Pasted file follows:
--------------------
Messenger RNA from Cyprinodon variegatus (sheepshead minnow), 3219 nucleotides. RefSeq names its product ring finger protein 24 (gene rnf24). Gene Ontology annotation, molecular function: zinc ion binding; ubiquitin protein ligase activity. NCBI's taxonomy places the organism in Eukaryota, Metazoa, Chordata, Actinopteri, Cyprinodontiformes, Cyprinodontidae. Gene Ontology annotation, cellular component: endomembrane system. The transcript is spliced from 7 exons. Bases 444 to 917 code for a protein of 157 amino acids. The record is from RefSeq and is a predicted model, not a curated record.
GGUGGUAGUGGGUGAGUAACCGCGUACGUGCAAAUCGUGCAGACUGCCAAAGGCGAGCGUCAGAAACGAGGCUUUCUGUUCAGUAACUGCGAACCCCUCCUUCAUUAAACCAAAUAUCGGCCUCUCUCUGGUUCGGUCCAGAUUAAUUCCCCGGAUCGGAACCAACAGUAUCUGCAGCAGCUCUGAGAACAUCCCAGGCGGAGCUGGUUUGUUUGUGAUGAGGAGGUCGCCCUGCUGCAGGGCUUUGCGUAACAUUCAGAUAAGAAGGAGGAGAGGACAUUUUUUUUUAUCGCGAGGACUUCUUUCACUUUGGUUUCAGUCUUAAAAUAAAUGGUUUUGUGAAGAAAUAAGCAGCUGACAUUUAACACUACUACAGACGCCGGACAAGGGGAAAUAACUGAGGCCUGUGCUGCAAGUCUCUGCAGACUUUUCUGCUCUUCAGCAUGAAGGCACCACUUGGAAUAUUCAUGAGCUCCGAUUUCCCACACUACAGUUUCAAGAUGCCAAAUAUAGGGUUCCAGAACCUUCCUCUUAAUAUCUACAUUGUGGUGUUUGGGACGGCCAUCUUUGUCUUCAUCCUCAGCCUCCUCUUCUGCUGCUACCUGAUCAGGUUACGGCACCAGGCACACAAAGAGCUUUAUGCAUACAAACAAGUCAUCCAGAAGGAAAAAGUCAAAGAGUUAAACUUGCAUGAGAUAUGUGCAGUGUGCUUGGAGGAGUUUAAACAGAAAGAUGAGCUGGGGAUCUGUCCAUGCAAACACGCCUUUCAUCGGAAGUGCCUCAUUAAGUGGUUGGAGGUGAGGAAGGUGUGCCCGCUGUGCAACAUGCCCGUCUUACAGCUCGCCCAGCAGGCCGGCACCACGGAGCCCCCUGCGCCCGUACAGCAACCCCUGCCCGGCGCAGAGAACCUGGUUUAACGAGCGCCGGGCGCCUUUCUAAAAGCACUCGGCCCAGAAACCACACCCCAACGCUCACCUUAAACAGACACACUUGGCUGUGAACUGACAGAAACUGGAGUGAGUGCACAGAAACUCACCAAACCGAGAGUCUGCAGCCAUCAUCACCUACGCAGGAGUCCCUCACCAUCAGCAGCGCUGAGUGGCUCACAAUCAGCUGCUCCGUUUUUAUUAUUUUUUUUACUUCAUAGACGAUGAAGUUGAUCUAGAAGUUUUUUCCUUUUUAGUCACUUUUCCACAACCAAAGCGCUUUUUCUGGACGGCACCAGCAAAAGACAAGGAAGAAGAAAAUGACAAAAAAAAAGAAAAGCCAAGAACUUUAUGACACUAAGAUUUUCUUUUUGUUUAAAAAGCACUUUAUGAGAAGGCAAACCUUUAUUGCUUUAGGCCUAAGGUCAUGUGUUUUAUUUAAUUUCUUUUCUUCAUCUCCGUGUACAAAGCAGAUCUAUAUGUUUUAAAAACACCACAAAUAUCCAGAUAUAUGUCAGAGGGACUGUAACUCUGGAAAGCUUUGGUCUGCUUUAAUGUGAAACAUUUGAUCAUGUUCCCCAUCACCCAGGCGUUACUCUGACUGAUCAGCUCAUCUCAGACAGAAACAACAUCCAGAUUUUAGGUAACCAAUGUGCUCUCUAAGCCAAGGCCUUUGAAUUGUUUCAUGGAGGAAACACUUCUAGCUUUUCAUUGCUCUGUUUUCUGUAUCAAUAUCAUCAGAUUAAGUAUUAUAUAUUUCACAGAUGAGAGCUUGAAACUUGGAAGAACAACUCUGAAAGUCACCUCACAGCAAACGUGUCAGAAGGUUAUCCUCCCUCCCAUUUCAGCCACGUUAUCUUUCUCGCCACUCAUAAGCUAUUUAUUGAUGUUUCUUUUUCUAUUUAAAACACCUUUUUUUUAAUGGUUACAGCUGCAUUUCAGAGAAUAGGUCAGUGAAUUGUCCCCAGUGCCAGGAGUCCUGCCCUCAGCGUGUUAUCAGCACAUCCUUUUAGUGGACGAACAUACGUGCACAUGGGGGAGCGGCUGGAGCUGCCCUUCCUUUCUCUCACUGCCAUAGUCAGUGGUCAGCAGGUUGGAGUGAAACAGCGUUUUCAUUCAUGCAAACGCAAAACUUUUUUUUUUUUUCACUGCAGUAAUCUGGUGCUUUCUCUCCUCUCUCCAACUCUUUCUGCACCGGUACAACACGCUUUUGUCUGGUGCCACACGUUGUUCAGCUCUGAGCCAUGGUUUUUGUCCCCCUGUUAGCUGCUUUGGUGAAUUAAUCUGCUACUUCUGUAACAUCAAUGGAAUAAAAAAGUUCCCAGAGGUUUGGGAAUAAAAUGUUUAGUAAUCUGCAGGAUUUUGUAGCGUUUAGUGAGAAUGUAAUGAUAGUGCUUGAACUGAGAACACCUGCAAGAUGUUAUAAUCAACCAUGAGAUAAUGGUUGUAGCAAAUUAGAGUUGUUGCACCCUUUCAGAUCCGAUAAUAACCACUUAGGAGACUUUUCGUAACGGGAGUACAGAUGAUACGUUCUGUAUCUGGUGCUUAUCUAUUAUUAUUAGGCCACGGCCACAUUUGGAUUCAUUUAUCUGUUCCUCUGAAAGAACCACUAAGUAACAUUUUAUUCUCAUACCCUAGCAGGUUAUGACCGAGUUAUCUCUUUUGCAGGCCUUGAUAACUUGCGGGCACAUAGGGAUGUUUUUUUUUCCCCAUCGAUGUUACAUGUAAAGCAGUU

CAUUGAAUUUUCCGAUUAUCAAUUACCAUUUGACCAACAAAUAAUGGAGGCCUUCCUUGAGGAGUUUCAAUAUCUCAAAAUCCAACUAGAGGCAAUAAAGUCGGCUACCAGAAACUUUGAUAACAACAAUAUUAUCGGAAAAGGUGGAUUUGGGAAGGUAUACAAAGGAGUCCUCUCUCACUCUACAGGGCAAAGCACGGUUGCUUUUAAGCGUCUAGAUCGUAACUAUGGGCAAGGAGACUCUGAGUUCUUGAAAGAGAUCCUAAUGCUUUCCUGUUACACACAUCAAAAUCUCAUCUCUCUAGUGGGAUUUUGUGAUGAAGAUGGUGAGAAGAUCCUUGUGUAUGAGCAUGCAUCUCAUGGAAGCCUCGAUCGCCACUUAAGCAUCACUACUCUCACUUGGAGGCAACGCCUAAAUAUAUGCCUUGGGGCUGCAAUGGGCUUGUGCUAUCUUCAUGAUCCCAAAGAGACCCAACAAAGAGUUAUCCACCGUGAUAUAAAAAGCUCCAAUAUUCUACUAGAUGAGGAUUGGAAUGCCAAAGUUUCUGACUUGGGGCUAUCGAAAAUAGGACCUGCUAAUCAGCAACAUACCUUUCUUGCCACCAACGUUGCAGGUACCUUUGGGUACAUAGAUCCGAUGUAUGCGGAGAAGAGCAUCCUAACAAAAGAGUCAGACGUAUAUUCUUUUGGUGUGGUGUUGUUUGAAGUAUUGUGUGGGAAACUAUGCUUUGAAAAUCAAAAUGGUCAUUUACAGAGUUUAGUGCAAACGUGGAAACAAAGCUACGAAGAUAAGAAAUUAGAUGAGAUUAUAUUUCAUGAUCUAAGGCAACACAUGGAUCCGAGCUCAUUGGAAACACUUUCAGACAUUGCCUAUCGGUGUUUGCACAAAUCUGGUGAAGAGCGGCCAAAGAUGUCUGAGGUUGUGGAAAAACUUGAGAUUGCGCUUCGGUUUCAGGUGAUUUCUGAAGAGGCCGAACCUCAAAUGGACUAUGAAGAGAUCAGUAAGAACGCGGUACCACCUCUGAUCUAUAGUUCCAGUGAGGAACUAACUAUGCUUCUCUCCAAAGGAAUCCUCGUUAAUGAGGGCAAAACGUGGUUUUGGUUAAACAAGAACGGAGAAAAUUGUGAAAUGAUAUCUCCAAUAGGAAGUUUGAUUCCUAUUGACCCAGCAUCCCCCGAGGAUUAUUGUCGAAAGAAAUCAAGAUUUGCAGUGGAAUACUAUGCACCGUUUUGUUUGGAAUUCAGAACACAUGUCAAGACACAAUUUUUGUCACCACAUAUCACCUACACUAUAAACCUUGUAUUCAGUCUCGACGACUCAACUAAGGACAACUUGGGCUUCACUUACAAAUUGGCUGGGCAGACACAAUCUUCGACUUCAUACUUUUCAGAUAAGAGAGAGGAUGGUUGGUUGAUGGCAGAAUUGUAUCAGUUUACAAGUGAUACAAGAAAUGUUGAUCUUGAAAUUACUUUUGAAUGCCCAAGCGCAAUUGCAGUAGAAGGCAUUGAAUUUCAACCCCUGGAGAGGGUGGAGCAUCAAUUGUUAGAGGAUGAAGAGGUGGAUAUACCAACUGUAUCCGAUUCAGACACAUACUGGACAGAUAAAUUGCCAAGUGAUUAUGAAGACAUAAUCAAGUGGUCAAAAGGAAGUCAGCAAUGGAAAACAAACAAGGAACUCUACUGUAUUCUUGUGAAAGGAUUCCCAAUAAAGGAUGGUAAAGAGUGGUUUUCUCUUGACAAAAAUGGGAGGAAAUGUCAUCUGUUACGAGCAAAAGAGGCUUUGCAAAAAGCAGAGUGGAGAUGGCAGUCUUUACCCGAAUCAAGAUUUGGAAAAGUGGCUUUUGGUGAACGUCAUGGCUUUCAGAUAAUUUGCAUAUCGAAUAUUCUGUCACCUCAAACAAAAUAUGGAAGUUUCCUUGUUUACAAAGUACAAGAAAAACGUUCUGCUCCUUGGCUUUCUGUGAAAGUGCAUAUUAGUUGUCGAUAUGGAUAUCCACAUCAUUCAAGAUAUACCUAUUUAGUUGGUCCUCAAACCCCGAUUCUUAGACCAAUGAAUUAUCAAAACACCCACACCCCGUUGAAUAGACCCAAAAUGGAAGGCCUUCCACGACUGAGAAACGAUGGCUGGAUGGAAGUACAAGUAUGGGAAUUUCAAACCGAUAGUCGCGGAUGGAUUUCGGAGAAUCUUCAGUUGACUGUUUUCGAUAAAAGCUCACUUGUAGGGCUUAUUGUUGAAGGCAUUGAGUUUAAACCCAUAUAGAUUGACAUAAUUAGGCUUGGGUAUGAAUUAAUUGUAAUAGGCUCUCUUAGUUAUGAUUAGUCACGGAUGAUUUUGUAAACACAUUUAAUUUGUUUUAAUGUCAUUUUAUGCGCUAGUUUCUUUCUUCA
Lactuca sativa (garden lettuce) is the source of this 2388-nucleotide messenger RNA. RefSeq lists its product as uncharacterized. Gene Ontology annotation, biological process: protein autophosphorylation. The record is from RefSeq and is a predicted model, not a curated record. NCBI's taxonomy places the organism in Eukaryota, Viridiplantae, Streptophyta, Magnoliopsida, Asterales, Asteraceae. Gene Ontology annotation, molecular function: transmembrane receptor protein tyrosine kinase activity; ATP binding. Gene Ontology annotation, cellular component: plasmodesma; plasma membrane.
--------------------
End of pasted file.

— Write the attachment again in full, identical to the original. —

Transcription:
Messenger RNA from Cyprinodon variegatus (sheepshead minnow), 3219 nucleotides. RefSeq names its product ring finger protein 24 (gene rnf24). Gene Ontology annotation, molecular function: zinc ion binding; ubiquitin protein ligase activity. NCBI's taxonomy places the organism in Eukaryota, Metazoa, Chordata, Actinopteri, Cyprinodontiformes, Cyprinodontidae. Gene Ontology annotation, cellular component: endomembrane system. The transcript is spliced from 7 exons. Bases 444 to 917 code for a protein of 157 amino acids. The record is from RefSeq and is a predicted model, not a curated record.
GGUGGUAGUGGGUGAGUAACCGCGUACGUGCAAAUCGUGCAGACUGCCAAAGGCGAGCGUCAGAAACGAGGCUUUCUGUUCAGUAACUGCGAACCCCUCCUUCAUUAAACCAAAUAUCGGCCUCUCUCUGGUUCGGUCCAGAUUAAUUCCCCGGAUCGGAACCAACAGUAUCUGCAGCAGCUCUGAGAACAUCCCAGGCGGAGCUGGUUUGUUUGUGAUGAGGAGGUCGCCCUGCUGCAGGGCUUUGCGUAACAUUCAGAUAAGAAGGAGGAGAGGACAUUUUUUUUUAUCGCGAGGACUUCUUUCACUUUGGUUUCAGUCUUAAAAUAAAUGGUUUUGUGAAGAAAUAAGCAGCUGACAUUUAACACUACUACAGACGCCGGACAAGGGGAAAUAACUGAGGCCUGUGCUGCAAGUCUCUGCAGACUUUUCUGCUCUUCAGCAUGAAGGCACCACUUGGAAUAUUCAUGAGCUCCGAUUUCCCACACUACAGUUUCAAGAUGCCAAAUAUAGGGUUCCAGAACCUUCCUCUUAAUAUCUACAUUGUGGUGUUUGGGACGGCCAUCUUUGUCUUCAUCCUCAGCCUCCUCUUCUGCUGCUACCUGAUCAGGUUACGGCACCAGGCACACAAAGAGCUUUAUGCAUACAAACAAGUCAUCCAGAAGGAAAAAGUCAAAGAGUUAAACUUGCAUGAGAUAUGUGCAGUGUGCUUGGAGGAGUUUAAACAGAAAGAUGAGCUGGGGAUCUGUCCAUGCAAACACGCCUUUCAUCGGAAGUGCCUCAUUAAGUGGUUGGAGGUGAGGAAGGUGUGCCCGCUGUGCAACAUGCCCGUCUUACAGCUCGCCCAGCAGGCCGGCACCACGGAGCCCCCUGCGCCCGUACAGCAACCCCUGCCCGGCGCAGAGAACCUGGUUUAACGAGCGCCGGGCGCCUUUCUAAAAGCACUCGGCCCAGAAACCACACCCCAACGCUCACCUUAAACAGACACACUUGGCUGUGAACUGACAGAAACUGGAGUGAGUGCACAGAAACUCACCAAACCGAGAGUCUGCAGCCAUCAUCACCUACGCAGGAGUCCCUCACCAUCAGCAGCGCUGAGUGGCUCACAAUCAGCUGCUCCGUUUUUAUUAUUUUUUUUACUUCAUAGACGAUGAAGUUGAUCUAGAAGUUUUUUCCUUUUUAGUCACUUUUCCACAACCAAAGCGCUUUUUCUGGACGGCACCAGCAAAAGACAAGGAAGAAGAAAAUGACAAAAAAAAAGAAAAGCCAAGAACUUUAUGACACUAAGAUUUUCUUUUUGUUUAAAAAGCACUUUAUGAGAAGGCAAACCUUUAUUGCUUUAGGCCUAAGGUCAUGUGUUUUAUUUAAUUUCUUUUCUUCAUCUCCGUGUACAAAGCAGAUCUAUAUGUUUUAAAAACACCACAAAUAUCCAGAUAUAUGUCAGAGGGACUGUAACUCUGGAAAGCUUUGGUCUGCUUUAAUGUGAAACAUUUGAUCAUGUUCCCCAUCACCCAGGCGUUACUCUGACUGAUCAGCUCAUCUCAGACAGAAACAACAUCCAGAUUUUAGGUAACCAAUGUGCUCUCUAAGCCAAGGCCUUUGAAUUGUUUCAUGGAGGAAACACUUCUAGCUUUUCAUUGCUCUGUUUUCUGUAUCAAUAUCAUCAGAUUAAGUAUUAUAUAUUUCACAGAUGAGAGCUUGAAACUUGGAAGAACAACUCUGAAAGUCACCUCACAGCAAACGUGUCAGAAGGUUAUCCUCCCUCCCAUUUCAGCCACGUUAUCUUUCUCGCCACUCAUAAGCUAUUUAUUGAUGUUUCUUUUUCUAUUUAAAACACCUUUUUUUUAAUGGUUACAGCUGCAUUUCAGAGAAUAGGUCAGUGAAUUGUCCCCAGUGCCAGGAGUCCUGCCCUCAGCGUGUUAUCAGCACAUCCUUUUAGUGGACGAACAUACGUGCACAUGGGGGAGCGGCUGGAGCUGCCCUUCCUUUCUCUCACUGCCAUAGUCAGUGGUCAGCAGGUUGGAGUGAAACAGCGUUUUCAUUCAUGCAAACGCAAAACUUUUUUUUUUUUUCACUGCAGUAAUCUGGUGCUUUCUCUCCUCUCUCCAACUCUUUCUGCACCGGUACAACACGCUUUUGUCUGGUGCCACACGUUGUUCAGCUCUGAGCCAUGGUUUUUGUCCCCCUGUUAGCUGCUUUGGUGAAUUAAUCUGCUACUUCUGUAACAUCAAUGGAAUAAAAAAGUUCCCAGAGGUUUGGGAAUAAAAUGUUUAGUAAUCUGCAGGAUUUUGUAGCGUUUAGUGAGAAUGUAAUGAUAGUGCUUGAACUGAGAACACCUGCAAGAUGUUAUAAUCAACCAUGAGAUAAUGGUUGUAGCAAAUUAGAGUUGUUGCACCCUUUCAGAUCCGAUAAUAACCACUUAGGAGACUUUUCGUAACGGGAGUACAGAUGAUACGUUCUGUAUCUGGUGCUUAUCUAUUAUUAUUAGGCCACGGCCACAUUUGGAUUCAUUUAUCUGUUCCUCUGAAAGAACCACUAAGUAACAUUUUAUUCUCAUACCCUAGCAGGUUAUGACCGAGUUAUCUCUUUUGCAGGCCUUGAUAACUUGCGGGCACAUAGGGAUGUUUUUUUUUCCCCAUCGAUGUUACAUGUAAAGCAGUU

CAUUGAAUUUUCCGAUUAUCAAUUACCAUUUGACCAACAAAUAAUGGAGGCCUUCCUUGAGGAGUUUCAAUAUCUCAAAAUCCAACUAGAGGCAAUAAAGUCGGCUACCAGAAACUUUGAUAACAACAAUAUUAUCGGAAAAGGUGGAUUUGGGAAGGUAUACAAAGGAGUCCUCUCUCACUCUACAGGGCAAAGCACGGUUGCUUUUAAGCGUCUAGAUCGUAACUAUGGGCAAGGAGACUCUGAGUUCUUGAAAGAGAUCCUAAUGCUUUCCUGUUACACACAUCAAAAUCUCAUCUCUCUAGUGGGAUUUUGUGAUGAAGAUGGUGAGAAGAUCCUUGUGUAUGAGCAUGCAUCUCAUGGAAGCCUCGAUCGCCACUUAAGCAUCACUACUCUCACUUGGAGGCAACGCCUAAAUAUAUGCCUUGGGGCUGCAAUGGGCUUGUGCUAUCUUCAUGAUCCCAAAGAGACCCAACAAAGAGUUAUCCACCGUGAUAUAAAAAGCUCCAAUAUUCUACUAGAUGAGGAUUGGAAUGCCAAAGUUUCUGACUUGGGGCUAUCGAAAAUAGGACCUGCUAAUCAGCAACAUACCUUUCUUGCCACCAACGUUGCAGGUACCUUUGGGUACAUAGAUCCGAUGUAUGCGGAGAAGAGCAUCCUAACAAAAGAGUCAGACGUAUAUUCUUUUGGUGUGGUGUUGUUUGAAGUAUUGUGUGGGAAACUAUGCUUUGAAAAUCAAAAUGGUCAUUUACAGAGUUUAGUGCAAACGUGGAAACAAAGCUACGAAGAUAAGAAAUUAGAUGAGAUUAUAUUUCAUGAUCUAAGGCAACACAUGGAUCCGAGCUCAUUGGAAACACUUUCAGACAUUGCCUAUCGGUGUUUGCACAAAUCUGGUGAAGAGCGGCCAAAGAUGUCUGAGGUUGUGGAAAAACUUGAGAUUGCGCUUCGGUUUCAGGUGAUUUCUGAAGAGGCCGAACCUCAAAUGGACUAUGAAGAGAUCAGUAAGAACGCGGUACCACCUCUGAUCUAUAGUUCCAGUGAGGAACUAACUAUGCUUCUCUCCAAAGGAAUCCUCGUUAAUGAGGGCAAAACGUGGUUUUGGUUAAACAAGAACGGAGAAAAUUGUGAAAUGAUAUCUCCAAUAGGAAGUUUGAUUCCUAUUGACCCAGCAUCCCCCGAGGAUUAUUGUCGAAAGAAAUCAAGAUUUGCAGUGGAAUACUAUGCACCGUUUUGUUUGGAAUUCAGAACACAUGUCAAGACACAAUUUUUGUCACCACAUAUCACCUACACUAUAAACCUUGUAUUCAGUCUCGACGACUCAACUAAGGACAACUUGGGCUUCACUUACAAAUUGGCUGGGCAGACACAAUCUUCGACUUCAUACUUUUCAGAUAAGAGAGAGGAUGGUUGGUUGAUGGCAGAAUUGUAUCAGUUUACAAGUGAUACAAGAAAUGUUGAUCUUGAAAUUACUUUUGAAUGCCCAAGCGCAAUUGCAGUAGAAGGCAUUGAAUUUCAACCCCUGGAGAGGGUGGAGCAUCAAUUGUUAGAGGAUGAAGAGGUGGAUAUACCAACUGUAUCCGAUUCAGACACAUACUGGACAGAUAAAUUGCCAAGUGAUUAUGAAGACAUAAUCAAGUGGUCAAAAGGAAGUCAGCAAUGGAAAACAAACAAGGAACUCUACUGUAUUCUUGUGAAAGGAUUCCCAAUAAAGGAUGGUAAAGAGUGGUUUUCUCUUGACAAAAAUGGGAGGAAAUGUCAUCUGUUACGAGCAAAAGAGGCUUUGCAAAAAGCAGAGUGGAGAUGGCAGUCUUUACCCGAAUCAAGAUUUGGAAAAGUGGCUUUUGGUGAACGUCAUGGCUUUCAGAUAAUUUGCAUAUCGAAUAUUCUGUCACCUCAAACAAAAUAUGGAAGUUUCCUUGUUUACAAAGUACAAGAAAAACGUUCUGCUCCUUGGCUUUCUGUGAAAGUGCAUAUUAGUUGUCGAUAUGGAUAUCCACAUCAUUCAAGAUAUACCUAUUUAGUUGGUCCUCAAACCCCGAUUCUUAGACCAAUGAAUUAUCAAAACACCCACACCCCGUUGAAUAGACCCAAAAUGGAAGGCCUUCCACGACUGAGAAACGAUGGCUGGAUGGAAGUACAAGUAUGGGAAUUUCAAACCGAUAGUCGCGGAUGGAUUUCGGAGAAUCUUCAGUUGACUGUUUUCGAUAAAAGCUCACUUGUAGGGCUUAUUGUUGAAGGCAUUGAGUUUAAACCCAUAUAGAUUGACAUAAUUAGGCUUGGGUAUGAAUUAAUUGUAAUAGGCUCUCUUAGUUAUGAUUAGUCACGGAUGAUUUUGUAAACACAUUUAAUUUGUUUUAAUGUCAUUUUAUGCGCUAGUUUCUUUCUUCA
Lactuca sativa (garden lettuce) is the source of this 2388-nucleotide messenger RNA. RefSeq lists its product as uncharacterized. Gene Ontology annotation, biological process: protein autophosphorylation. The record is from RefSeq and is a predicted model, not a curated record. NCBI's taxonomy places the organism in Eukaryota, Viridiplantae, Streptophyta, Magnoliopsida, Asterales, Asteraceae. Gene Ontology annotation, molecular function: transmembrane receptor protein tyrosine kinase activity; ATP binding. Gene Ontology annotation, cellular component: plasmodesma; plasma membrane.